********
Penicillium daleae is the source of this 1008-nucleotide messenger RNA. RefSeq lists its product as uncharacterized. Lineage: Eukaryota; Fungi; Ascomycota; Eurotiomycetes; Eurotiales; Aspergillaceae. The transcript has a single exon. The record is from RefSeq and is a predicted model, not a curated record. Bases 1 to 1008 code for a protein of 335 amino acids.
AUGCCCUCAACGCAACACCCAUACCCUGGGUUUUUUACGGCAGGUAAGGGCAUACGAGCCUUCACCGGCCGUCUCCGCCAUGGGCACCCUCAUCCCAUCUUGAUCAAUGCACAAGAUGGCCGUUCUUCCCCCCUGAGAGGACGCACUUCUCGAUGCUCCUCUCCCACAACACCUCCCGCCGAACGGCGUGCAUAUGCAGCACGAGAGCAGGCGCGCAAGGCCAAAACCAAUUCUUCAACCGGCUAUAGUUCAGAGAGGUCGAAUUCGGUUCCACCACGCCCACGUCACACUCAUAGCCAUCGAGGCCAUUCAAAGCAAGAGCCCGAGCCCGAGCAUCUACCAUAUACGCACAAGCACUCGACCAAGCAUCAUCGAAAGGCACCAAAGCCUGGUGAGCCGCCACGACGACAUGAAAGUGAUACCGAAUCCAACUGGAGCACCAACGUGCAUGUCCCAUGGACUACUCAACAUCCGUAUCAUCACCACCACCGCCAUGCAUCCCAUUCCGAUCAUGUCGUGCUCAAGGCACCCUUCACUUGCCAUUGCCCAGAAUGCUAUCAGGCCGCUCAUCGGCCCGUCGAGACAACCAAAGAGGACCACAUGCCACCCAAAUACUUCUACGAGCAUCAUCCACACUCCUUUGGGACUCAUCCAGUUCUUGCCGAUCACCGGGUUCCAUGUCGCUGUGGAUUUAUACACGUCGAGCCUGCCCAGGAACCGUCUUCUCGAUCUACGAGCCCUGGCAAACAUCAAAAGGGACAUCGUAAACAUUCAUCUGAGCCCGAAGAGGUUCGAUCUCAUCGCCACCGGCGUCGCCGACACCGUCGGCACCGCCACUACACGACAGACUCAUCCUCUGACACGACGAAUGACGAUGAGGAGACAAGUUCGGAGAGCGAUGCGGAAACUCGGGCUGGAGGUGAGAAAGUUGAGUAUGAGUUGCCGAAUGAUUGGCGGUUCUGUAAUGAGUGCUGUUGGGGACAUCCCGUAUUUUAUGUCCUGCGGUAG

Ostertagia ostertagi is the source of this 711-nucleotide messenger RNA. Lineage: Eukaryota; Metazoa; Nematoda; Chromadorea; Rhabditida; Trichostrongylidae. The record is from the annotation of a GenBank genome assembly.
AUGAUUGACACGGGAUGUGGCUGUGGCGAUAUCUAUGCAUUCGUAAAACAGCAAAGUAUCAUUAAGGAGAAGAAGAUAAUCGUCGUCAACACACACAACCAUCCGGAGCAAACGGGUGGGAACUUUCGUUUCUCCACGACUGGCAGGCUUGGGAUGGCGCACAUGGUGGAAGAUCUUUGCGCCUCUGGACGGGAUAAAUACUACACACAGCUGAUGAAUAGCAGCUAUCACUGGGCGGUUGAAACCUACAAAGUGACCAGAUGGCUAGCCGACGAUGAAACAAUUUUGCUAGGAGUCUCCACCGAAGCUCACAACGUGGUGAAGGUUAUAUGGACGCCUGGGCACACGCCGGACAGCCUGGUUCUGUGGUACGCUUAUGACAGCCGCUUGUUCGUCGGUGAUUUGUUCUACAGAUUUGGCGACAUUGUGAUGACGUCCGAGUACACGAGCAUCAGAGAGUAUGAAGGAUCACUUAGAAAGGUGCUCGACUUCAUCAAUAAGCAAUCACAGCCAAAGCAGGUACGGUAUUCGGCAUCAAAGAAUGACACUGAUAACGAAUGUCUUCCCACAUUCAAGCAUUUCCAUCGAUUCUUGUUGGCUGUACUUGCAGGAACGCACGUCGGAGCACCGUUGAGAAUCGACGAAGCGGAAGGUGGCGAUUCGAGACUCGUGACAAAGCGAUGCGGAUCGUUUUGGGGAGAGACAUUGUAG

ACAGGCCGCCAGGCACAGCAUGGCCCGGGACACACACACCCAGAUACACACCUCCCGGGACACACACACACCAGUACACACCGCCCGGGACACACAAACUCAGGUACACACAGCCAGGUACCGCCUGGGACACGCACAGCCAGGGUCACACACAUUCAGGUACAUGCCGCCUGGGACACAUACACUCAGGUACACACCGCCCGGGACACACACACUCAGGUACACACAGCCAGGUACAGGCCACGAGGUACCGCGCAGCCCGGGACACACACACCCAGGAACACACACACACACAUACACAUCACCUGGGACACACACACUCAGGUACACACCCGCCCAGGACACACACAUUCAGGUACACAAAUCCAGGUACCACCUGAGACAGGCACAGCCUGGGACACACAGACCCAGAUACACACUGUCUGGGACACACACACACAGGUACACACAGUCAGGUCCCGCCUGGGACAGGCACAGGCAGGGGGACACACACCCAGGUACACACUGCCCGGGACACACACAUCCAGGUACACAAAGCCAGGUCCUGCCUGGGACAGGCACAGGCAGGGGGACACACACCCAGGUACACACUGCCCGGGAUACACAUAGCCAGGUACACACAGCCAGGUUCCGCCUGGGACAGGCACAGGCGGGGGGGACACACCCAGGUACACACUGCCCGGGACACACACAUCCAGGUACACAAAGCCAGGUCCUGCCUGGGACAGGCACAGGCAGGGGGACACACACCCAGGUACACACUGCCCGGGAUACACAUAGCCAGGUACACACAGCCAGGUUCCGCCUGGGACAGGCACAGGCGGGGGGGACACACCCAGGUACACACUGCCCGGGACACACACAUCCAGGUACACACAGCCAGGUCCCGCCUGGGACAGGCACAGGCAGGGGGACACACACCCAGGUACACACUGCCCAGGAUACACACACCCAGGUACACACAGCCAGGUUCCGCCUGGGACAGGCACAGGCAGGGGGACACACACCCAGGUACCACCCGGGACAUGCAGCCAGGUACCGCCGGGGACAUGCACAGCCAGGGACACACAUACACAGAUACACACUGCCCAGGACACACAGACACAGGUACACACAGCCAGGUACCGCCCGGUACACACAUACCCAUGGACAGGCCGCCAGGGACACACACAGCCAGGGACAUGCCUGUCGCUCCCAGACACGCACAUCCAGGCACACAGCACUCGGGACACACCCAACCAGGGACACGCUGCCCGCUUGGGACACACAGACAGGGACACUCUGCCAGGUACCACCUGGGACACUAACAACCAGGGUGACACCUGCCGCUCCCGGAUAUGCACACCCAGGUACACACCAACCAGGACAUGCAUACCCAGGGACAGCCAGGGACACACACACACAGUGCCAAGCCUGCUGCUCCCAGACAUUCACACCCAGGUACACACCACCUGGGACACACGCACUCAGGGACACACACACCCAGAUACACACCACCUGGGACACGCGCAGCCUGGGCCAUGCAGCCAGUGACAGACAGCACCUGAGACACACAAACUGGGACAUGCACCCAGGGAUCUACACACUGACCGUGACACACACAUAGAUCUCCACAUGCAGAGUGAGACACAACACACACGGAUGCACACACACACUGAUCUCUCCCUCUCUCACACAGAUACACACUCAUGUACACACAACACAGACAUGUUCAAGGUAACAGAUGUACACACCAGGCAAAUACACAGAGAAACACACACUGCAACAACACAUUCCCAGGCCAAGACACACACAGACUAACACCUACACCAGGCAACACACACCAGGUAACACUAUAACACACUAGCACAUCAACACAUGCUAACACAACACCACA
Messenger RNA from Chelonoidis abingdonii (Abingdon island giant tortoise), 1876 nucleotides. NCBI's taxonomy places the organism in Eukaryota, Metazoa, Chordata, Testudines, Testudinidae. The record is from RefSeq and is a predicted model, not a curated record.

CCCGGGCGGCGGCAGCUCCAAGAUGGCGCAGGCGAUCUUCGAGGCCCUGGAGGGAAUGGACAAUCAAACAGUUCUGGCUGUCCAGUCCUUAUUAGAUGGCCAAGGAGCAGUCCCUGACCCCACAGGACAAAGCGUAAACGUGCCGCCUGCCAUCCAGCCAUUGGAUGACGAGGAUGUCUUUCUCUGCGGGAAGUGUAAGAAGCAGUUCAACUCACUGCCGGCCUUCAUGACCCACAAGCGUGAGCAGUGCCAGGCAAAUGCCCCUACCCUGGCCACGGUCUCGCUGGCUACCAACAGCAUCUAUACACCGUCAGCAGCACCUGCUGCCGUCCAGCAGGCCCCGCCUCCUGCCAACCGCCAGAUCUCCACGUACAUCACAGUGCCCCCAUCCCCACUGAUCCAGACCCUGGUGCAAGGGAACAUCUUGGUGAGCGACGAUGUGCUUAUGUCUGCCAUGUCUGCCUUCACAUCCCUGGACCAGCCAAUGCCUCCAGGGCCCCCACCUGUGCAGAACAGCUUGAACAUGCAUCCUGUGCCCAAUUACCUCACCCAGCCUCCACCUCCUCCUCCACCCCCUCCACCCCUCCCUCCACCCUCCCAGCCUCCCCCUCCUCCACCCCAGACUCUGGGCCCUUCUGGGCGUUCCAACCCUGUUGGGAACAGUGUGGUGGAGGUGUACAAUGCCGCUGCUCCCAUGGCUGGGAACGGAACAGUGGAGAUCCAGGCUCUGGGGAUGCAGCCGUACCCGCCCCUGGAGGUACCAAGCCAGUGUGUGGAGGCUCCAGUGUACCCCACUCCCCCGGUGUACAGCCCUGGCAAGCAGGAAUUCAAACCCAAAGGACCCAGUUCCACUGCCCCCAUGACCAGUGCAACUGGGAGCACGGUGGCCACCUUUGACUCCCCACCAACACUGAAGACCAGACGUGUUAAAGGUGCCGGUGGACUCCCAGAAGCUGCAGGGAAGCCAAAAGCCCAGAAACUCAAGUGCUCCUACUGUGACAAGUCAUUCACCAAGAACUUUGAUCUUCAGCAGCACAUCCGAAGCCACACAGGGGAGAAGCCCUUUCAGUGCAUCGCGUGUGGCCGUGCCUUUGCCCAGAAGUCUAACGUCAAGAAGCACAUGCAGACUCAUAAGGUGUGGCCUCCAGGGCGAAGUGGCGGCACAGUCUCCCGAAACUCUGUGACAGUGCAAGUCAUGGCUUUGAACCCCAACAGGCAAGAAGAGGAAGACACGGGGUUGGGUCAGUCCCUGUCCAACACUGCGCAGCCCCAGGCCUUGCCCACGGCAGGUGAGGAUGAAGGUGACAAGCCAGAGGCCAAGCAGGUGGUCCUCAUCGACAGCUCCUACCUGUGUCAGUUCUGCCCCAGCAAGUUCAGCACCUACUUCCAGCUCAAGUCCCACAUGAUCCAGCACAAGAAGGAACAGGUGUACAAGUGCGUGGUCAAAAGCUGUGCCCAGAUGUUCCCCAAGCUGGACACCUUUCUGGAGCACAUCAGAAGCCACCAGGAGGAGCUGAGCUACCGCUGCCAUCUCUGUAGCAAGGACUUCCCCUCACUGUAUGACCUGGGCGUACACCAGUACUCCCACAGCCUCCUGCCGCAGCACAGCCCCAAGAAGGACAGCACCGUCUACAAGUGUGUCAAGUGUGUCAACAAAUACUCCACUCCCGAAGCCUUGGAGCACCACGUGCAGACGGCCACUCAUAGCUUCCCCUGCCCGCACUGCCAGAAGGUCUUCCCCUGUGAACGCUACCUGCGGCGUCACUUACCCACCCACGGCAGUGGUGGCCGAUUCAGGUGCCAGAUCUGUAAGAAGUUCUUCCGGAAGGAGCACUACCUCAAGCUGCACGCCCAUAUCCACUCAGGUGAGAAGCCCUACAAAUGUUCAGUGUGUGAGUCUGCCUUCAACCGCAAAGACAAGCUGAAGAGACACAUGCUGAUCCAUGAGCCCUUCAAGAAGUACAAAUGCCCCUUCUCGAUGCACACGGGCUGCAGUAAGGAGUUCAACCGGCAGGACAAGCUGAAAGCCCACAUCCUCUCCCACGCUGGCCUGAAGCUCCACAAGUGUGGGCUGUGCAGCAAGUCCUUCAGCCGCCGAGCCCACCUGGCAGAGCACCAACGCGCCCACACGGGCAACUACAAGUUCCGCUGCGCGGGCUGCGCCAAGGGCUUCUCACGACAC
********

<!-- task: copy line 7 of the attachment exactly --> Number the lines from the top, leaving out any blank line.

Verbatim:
CCCGGGCGGCGGCAGCUCCAAGAUGGCGCAGGCGAUCUUCGAGGCCCUGGAGGGAAUGGACAAUCAAACAGUUCUGGCUGUCCAGUCCUUAUUAGAUGGCCAAGGAGCAGUCCCUGACCCCACAGGACAAAGCGUAAACGUGCCGCCUGCCAUCCAGCCAUUGGAUGACGAGGAUGUCUUUCUCUGCGGGAAGUGUAAGAAGCAGUUCAACUCACUGCCGGCCUUCAUGACCCACAAGCGUGAGCAGUGCCAGGCAAAUGCCCCUACCCUGGCCACGGUCUCGCUGGCUACCAACAGCAUCUAUACACCGUCAGCAGCACCUGCUGCCGUCCAGCAGGCCCCGCCUCCUGCCAACCGCCAGAUCUCCACGUACAUCACAGUGCCCCCAUCCCCACUGAUCCAGACCCUGGUGCAAGGGAACAUCUUGGUGAGCGACGAUGUGCUUAUGUCUGCCAUGUCUGCCUUCACAUCCCUGGACCAGCCAAUGCCUCCAGGGCCCCCACCUGUGCAGAACAGCUUGAACAUGCAUCCUGUGCCCAAUUACCUCACCCAGCCUCCACCUCCUCCUCCACCCCCUCCACCCCUCCCUCCACCCUCCCAGCCUCCCCCUCCUCCACCCCAGACUCUGGGCCCUUCUGGGCGUUCCAACCCUGUUGGGAACAGUGUGGUGGAGGUGUACAAUGCCGCUGCUCCCAUGGCUGGGAACGGAACAGUGGAGAUCCAGGCUCUGGGGAUGCAGCCGUACCCGCCCCUGGAGGUACCAAGCCAGUGUGUGGAGGCUCCAGUGUACCCCACUCCCCCGGUGUACAGCCCUGGCAAGCAGGAAUUCAAACCCAAAGGACCCAGUUCCACUGCCCCCAUGACCAGUGCAACUGGGAGCACGGUGGCCACCUUUGACUCCCCACCAACACUGAAGACCAGACGUGUUAAAGGUGCCGGUGGACUCCCAGAAGCUGCAGGGAAGCCAAAAGCCCAGAAACUCAAGUGCUCCUACUGUGACAAGUCAUUCACCAAGAACUUUGAUCUUCAGCAGCACAUCCGAAGCCACACAGGGGAGAAGCCCUUUCAGUGCAUCGCGUGUGGCCGUGCCUUUGCCCAGAAGUCUAACGUCAAGAAGCACAUGCAGACUCAUAAGGUGUGGCCUCCAGGGCGAAGUGGCGGCACAGUCUCCCGAAACUCUGUGACAGUGCAAGUCAUGGCUUUGAACCCCAACAGGCAAGAAGAGGAAGACACGGGGUUGGGUCAGUCCCUGUCCAACACUGCGCAGCCCCAGGCCUUGCCCACGGCAGGUGAGGAUGAAGGUGACAAGCCAGAGGCCAAGCAGGUGGUCCUCAUCGACAGCUCCUACCUGUGUCAGUUCUGCCCCAGCAAGUUCAGCACCUACUUCCAGCUCAAGUCCCACAUGAUCCAGCACAAGAAGGAACAGGUGUACAAGUGCGUGGUCAAAAGCUGUGCCCAGAUGUUCCCCAAGCUGGACACCUUUCUGGAGCACAUCAGAAGCCACCAGGAGGAGCUGAGCUACCGCUGCCAUCUCUGUAGCAAGGACUUCCCCUCACUGUAUGACCUGGGCGUACACCAGUACUCCCACAGCCUCCUGCCGCAGCACAGCCCCAAGAAGGACAGCACCGUCUACAAGUGUGUCAAGUGUGUCAACAAAUACUCCACUCCCGAAGCCUUGGAGCACCACGUGCAGACGGCCACUCAUAGCUUCCCCUGCCCGCACUGCCAGAAGGUCUUCCCCUGUGAACGCUACCUGCGGCGUCACUUACCCACCCACGGCAGUGGUGGCCGAUUCAGGUGCCAGAUCUGUAAGAAGUUCUUCCGGAAGGAGCACUACCUCAAGCUGCACGCCCAUAUCCACUCAGGUGAGAAGCCCUACAAAUGUUCAGUGUGUGAGUCUGCCUUCAACCGCAAAGACAAGCUGAAGAGACACAUGCUGAUCCAUGAGCCCUUCAAGAAGUACAAAUGCCCCUUCUCGAUGCACACGGGCUGCAGUAAGGAGUUCAACCGGCAGGACAAGCUGAAAGCCCACAUCCUCUCCCACGCUGGCCUGAAGCUCCACAAGUGUGGGCUGUGCAGCAAGUCCUUCAGCCGCCGAGCCCACCUGGCAGAGCACCAACGCGCCCACACGGGCAACUACAAGUUCCGCUGCGCGGGCUGCGCCAAGGGCUUCUCACGACAC